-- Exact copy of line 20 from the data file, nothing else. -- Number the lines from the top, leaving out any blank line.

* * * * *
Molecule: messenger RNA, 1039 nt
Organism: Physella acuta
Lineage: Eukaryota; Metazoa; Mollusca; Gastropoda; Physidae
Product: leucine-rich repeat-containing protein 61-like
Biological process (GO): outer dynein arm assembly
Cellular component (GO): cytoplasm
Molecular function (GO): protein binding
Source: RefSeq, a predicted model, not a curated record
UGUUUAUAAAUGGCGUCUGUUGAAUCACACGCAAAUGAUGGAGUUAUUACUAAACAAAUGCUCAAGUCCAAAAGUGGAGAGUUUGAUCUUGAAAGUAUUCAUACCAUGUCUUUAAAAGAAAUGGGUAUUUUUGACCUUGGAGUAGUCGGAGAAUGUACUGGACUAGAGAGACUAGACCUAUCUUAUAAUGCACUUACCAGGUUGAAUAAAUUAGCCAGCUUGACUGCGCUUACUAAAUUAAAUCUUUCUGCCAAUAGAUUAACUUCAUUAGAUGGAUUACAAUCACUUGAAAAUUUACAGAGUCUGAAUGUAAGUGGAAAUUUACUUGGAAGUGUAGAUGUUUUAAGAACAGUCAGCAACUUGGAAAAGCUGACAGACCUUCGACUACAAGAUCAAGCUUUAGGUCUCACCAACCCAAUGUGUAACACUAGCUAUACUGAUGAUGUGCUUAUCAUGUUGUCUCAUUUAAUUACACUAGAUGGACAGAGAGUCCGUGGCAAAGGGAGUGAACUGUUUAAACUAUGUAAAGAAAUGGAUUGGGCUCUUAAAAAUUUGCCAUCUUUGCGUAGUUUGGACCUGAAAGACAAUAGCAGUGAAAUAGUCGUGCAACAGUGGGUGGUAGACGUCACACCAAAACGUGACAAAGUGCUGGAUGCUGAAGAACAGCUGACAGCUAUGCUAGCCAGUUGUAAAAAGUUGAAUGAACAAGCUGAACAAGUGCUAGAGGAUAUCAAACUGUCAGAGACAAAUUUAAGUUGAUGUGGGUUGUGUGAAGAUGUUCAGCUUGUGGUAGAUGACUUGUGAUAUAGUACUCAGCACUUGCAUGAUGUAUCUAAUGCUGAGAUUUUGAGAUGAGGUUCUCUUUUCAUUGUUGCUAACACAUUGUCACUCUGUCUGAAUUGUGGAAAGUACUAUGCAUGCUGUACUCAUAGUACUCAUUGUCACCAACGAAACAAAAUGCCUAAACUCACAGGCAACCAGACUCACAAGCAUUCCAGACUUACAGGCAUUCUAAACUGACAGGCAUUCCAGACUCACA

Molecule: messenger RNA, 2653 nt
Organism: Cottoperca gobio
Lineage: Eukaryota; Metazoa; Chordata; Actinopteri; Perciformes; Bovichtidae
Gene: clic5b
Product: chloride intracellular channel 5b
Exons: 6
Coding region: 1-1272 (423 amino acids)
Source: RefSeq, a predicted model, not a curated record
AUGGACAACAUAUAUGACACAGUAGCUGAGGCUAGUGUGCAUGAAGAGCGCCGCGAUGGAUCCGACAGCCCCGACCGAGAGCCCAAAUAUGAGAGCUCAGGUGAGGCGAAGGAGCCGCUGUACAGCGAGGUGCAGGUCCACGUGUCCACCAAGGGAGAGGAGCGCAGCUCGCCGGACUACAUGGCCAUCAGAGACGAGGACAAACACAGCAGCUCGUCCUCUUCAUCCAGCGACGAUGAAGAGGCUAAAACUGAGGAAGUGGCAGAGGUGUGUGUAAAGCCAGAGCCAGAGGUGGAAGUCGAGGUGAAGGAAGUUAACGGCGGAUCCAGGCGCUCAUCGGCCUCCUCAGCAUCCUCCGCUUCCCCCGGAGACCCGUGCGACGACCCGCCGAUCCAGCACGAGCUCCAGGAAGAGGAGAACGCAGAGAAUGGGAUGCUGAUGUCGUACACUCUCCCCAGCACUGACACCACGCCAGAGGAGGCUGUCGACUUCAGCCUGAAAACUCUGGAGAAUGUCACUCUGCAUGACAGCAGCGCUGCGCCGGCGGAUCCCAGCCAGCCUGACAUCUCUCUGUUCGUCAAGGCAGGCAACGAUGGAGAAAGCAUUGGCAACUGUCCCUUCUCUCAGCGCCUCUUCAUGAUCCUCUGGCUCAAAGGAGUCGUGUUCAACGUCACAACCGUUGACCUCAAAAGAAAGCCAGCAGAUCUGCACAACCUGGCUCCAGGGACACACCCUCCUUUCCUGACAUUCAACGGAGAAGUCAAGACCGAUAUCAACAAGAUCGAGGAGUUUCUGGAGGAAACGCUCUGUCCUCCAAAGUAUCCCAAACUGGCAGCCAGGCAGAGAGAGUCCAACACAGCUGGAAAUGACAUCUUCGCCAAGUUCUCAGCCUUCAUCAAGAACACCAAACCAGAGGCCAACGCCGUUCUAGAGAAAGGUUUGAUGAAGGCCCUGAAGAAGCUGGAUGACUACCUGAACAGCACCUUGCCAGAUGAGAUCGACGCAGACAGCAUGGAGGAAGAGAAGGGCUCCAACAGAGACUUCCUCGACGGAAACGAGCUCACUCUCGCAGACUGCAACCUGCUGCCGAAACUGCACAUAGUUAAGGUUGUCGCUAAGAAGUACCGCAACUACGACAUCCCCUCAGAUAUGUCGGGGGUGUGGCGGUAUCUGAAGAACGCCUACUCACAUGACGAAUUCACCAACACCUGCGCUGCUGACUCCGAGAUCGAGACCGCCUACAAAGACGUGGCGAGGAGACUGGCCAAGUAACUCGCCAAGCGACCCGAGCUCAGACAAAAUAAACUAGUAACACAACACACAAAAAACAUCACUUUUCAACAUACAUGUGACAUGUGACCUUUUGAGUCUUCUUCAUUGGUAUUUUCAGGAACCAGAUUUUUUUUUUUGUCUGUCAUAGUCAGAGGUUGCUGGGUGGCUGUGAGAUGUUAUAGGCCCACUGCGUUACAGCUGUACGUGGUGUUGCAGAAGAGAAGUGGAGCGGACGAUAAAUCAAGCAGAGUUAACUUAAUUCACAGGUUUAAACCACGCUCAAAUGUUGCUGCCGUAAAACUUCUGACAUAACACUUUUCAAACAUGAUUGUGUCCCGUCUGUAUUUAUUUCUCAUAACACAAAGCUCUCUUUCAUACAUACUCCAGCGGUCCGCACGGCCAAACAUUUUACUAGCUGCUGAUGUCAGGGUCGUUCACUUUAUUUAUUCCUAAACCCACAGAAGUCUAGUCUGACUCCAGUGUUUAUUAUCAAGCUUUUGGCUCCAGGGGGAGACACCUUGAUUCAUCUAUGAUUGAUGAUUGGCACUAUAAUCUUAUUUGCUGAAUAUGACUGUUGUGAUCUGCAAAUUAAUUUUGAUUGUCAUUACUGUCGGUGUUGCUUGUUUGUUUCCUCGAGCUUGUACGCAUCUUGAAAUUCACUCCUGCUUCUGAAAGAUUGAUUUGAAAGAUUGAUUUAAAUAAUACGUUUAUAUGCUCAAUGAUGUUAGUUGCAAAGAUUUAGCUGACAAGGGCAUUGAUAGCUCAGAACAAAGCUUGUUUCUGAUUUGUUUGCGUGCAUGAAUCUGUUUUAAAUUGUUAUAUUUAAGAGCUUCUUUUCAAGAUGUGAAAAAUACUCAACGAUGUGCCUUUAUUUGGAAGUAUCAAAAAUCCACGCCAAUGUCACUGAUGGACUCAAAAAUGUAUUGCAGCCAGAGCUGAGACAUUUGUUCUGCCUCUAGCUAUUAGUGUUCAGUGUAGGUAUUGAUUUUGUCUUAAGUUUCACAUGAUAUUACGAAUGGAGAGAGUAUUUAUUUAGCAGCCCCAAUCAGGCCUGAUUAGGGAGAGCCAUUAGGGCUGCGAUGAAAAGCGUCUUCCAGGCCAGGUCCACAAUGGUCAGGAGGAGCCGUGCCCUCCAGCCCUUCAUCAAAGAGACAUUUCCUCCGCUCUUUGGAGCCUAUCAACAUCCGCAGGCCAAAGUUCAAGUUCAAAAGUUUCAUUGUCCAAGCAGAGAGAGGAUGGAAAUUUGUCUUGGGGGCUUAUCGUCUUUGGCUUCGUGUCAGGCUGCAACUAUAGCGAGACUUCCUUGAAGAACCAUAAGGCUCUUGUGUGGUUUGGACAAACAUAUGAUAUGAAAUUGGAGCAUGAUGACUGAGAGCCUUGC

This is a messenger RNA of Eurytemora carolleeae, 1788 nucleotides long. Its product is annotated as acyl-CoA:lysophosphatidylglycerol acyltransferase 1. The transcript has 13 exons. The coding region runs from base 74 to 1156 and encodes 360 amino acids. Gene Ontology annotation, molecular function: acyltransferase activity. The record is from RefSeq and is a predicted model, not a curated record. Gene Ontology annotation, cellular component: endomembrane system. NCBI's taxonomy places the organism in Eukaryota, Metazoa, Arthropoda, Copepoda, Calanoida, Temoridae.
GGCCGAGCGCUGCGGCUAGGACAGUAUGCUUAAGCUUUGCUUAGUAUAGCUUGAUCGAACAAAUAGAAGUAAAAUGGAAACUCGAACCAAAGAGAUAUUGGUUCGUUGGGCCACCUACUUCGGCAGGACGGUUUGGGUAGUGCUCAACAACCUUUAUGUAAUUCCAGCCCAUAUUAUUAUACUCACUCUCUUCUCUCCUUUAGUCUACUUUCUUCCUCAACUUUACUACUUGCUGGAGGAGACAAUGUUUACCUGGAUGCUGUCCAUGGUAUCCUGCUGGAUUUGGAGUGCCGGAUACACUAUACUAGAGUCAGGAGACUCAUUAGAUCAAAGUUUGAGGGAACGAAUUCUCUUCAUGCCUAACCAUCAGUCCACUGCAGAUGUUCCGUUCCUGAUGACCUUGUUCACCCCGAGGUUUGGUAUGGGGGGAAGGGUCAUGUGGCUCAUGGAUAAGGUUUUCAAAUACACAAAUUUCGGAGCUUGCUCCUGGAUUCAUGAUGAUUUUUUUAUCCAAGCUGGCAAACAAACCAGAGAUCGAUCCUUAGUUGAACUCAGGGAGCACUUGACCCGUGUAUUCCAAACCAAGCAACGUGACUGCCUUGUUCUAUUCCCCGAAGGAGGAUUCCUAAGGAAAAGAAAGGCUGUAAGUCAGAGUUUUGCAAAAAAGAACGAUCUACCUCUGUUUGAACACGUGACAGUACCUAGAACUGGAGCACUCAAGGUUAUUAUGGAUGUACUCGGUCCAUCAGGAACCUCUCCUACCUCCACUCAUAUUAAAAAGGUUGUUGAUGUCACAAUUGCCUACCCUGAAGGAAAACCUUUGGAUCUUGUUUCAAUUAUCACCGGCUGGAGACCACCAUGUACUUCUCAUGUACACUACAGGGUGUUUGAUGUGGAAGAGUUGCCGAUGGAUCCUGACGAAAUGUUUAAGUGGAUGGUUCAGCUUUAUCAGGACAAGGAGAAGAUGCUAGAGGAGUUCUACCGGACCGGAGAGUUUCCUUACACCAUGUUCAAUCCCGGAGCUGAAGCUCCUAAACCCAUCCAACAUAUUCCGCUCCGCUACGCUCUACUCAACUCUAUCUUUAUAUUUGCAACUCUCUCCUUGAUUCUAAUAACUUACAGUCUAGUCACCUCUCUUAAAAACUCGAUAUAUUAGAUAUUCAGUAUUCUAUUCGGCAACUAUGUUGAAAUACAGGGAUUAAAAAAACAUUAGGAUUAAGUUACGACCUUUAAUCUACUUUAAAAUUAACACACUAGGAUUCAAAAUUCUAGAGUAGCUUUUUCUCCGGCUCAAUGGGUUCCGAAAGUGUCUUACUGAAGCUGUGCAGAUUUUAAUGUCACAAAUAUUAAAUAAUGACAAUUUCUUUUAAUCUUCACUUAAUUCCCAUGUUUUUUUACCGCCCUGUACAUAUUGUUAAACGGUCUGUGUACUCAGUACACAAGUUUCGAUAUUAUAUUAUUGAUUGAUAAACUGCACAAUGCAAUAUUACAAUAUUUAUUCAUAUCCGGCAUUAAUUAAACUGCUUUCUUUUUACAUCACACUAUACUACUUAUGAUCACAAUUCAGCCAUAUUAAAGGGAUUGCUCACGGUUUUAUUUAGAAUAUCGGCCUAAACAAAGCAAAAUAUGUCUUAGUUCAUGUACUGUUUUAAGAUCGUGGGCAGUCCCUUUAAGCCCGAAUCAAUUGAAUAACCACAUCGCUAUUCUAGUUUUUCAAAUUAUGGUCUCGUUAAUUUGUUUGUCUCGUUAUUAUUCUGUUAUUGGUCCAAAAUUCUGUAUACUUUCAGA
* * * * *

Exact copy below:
GGCCGAGCGCUGCGGCUAGGACAGUAUGCUUAAGCUUUGCUUAGUAUAGCUUGAUCGAACAAAUAGAAGUAAAAUGGAAACUCGAACCAAAGAGAUAUUGGUUCGUUGGGCCACCUACUUCGGCAGGACGGUUUGGGUAGUGCUCAACAACCUUUAUGUAAUUCCAGCCCAUAUUAUUAUACUCACUCUCUUCUCUCCUUUAGUCUACUUUCUUCCUCAACUUUACUACUUGCUGGAGGAGACAAUGUUUACCUGGAUGCUGUCCAUGGUAUCCUGCUGGAUUUGGAGUGCCGGAUACACUAUACUAGAGUCAGGAGACUCAUUAGAUCAAAGUUUGAGGGAACGAAUUCUCUUCAUGCCUAACCAUCAGUCCACUGCAGAUGUUCCGUUCCUGAUGACCUUGUUCACCCCGAGGUUUGGUAUGGGGGGAAGGGUCAUGUGGCUCAUGGAUAAGGUUUUCAAAUACACAAAUUUCGGAGCUUGCUCCUGGAUUCAUGAUGAUUUUUUUAUCCAAGCUGGCAAACAAACCAGAGAUCGAUCCUUAGUUGAACUCAGGGAGCACUUGACCCGUGUAUUCCAAACCAAGCAACGUGACUGCCUUGUUCUAUUCCCCGAAGGAGGAUUCCUAAGGAAAAGAAAGGCUGUAAGUCAGAGUUUUGCAAAAAAGAACGAUCUACCUCUGUUUGAACACGUGACAGUACCUAGAACUGGAGCACUCAAGGUUAUUAUGGAUGUACUCGGUCCAUCAGGAACCUCUCCUACCUCCACUCAUAUUAAAAAGGUUGUUGAUGUCACAAUUGCCUACCCUGAAGGAAAACCUUUGGAUCUUGUUUCAAUUAUCACCGGCUGGAGACCACCAUGUACUUCUCAUGUACACUACAGGGUGUUUGAUGUGGAAGAGUUGCCGAUGGAUCCUGACGAAAUGUUUAAGUGGAUGGUUCAGCUUUAUCAGGACAAGGAGAAGAUGCUAGAGGAGUUCUACCGGACCGGAGAGUUUCCUUACACCAUGUUCAAUCCCGGAGCUGAAGCUCCUAAACCCAUCCAACAUAUUCCGCUCCGCUACGCUCUACUCAACUCUAUCUUUAUAUUUGCAACUCUCUCCUUGAUUCUAAUAACUUACAGUCUAGUCACCUCUCUUAAAAACUCGAUAUAUUAGAUAUUCAGUAUUCUAUUCGGCAACUAUGUUGAAAUACAGGGAUUAAAAAAACAUUAGGAUUAAGUUACGACCUUUAAUCUACUUUAAAAUUAACACACUAGGAUUCAAAAUUCUAGAGUAGCUUUUUCUCCGGCUCAAUGGGUUCCGAAAGUGUCUUACUGAAGCUGUGCAGAUUUUAAUGUCACAAAUAUUAAAUAAUGACAAUUUCUUUUAAUCUUCACUUAAUUCCCAUGUUUUUUUACCGCCCUGUACAUAUUGUUAAACGGUCUGUGUACUCAGUACACAAGUUUCGAUAUUAUAUUAUUGAUUGAUAAACUGCACAAUGCAAUAUUACAAUAUUUAUUCAUAUCCGGCAUUAAUUAAACUGCUUUCUUUUUACAUCACACUAUACUACUUAUGAUCACAAUUCAGCCAUAUUAAAGGGAUUGCUCACGGUUUUAUUUAGAAUAUCGGCCUAAACAAAGCAAAAUAUGUCUUAGUUCAUGUACUGUUUUAAGAUCGUGGGCAGUCCCUUUAAGCCCGAAUCAAUUGAAUAACCACAUCGCUAUUCUAGUUUUUCAAAUUAUGGUCUCGUUAAUUUGUUUGUCUCGUUAUUAUUCUGUUAUUGGUCCAAAAUUCUGUAUACUUUCAGA